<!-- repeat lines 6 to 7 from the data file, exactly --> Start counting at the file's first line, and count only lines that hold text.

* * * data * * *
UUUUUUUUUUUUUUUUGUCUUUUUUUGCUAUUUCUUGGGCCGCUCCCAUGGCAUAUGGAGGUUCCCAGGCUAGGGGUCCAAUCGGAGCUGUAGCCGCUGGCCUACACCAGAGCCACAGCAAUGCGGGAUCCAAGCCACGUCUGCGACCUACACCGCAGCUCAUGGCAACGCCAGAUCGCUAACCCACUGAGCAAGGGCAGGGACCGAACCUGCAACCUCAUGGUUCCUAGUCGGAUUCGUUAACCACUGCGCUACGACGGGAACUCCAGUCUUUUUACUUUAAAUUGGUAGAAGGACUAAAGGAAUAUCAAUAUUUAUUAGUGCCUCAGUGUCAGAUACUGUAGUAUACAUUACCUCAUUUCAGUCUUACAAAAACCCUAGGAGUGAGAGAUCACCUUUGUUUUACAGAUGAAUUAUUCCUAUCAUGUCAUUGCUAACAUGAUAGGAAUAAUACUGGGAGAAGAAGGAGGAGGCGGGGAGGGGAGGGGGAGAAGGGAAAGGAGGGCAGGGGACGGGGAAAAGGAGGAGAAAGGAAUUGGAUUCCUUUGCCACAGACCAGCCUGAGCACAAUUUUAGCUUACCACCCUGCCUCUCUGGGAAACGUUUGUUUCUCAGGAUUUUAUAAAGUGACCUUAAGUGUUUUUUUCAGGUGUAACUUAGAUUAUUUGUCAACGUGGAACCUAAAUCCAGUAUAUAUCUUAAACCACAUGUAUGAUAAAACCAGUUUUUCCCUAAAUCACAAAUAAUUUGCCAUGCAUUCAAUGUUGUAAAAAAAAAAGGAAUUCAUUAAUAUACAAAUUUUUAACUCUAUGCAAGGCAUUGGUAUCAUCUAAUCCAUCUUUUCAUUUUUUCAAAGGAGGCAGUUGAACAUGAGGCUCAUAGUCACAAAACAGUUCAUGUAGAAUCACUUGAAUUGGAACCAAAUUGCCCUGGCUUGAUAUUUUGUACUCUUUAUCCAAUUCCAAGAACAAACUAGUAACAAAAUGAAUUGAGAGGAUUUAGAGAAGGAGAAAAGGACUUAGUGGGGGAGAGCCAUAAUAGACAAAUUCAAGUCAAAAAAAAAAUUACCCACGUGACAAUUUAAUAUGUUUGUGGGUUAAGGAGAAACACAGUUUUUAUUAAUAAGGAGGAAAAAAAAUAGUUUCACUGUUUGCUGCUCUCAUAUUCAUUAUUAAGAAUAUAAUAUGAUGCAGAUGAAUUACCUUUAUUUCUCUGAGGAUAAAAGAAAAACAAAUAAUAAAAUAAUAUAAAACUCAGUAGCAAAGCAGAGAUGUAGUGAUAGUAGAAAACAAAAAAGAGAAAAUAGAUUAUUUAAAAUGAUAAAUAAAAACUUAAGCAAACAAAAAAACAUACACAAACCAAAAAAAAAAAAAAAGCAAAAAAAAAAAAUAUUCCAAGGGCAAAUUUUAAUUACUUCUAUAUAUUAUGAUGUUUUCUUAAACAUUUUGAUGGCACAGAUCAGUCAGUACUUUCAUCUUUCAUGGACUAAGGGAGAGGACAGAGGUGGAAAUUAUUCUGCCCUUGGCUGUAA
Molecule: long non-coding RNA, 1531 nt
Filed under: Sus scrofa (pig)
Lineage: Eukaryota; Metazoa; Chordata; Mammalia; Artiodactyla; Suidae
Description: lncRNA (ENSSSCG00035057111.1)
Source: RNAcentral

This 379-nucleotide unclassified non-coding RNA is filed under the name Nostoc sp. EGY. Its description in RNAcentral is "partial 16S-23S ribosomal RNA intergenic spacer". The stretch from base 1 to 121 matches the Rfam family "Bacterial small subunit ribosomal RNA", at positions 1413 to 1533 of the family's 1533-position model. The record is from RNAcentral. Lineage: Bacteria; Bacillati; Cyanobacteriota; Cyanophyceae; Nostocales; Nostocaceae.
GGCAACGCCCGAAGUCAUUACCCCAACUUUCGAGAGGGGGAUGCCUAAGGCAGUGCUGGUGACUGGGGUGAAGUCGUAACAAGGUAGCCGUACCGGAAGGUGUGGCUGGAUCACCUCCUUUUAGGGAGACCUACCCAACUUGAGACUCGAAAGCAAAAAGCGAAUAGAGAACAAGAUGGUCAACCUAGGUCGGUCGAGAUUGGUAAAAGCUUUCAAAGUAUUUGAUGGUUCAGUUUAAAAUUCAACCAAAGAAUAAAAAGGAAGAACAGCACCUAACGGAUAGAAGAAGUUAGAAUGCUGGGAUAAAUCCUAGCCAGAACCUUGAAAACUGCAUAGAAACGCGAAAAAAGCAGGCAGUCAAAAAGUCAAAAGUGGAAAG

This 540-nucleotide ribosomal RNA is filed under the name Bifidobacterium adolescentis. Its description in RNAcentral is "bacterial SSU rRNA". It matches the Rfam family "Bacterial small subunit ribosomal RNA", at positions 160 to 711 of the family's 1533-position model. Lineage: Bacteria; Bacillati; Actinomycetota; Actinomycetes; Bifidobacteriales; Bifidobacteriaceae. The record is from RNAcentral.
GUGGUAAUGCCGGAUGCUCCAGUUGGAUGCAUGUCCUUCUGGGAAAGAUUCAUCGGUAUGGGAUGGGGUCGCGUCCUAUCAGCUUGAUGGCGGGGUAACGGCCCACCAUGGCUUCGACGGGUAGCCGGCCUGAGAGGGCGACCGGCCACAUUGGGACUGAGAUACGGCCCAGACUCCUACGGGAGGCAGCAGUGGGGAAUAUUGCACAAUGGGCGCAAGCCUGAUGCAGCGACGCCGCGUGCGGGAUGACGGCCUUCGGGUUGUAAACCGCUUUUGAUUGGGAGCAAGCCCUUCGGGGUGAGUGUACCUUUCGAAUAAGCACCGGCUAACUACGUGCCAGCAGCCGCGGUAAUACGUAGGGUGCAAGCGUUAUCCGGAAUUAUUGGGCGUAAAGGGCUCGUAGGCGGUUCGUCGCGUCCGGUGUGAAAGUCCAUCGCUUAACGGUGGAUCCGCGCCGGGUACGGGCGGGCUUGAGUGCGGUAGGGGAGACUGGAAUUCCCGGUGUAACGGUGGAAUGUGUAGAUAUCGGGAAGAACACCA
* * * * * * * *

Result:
Source: RNAcentral

This 379-nucleotide unclassified non-coding RNA is filed under the name Nostoc sp. EGY. Its description in RNAcentral is "partial 16S-23S ribosomal RNA intergenic spacer". The stretch from base 1 to 121 matches the Rfam family "Bacterial small subunit ribosomal RNA", at positions 1413 to 1533 of the family's 1533-position model. The record is from RNAcentral. Lineage: Bacteria; Bacillati; Cyanobacteriota; Cyanophyceae; Nostocales; Nostocaceae.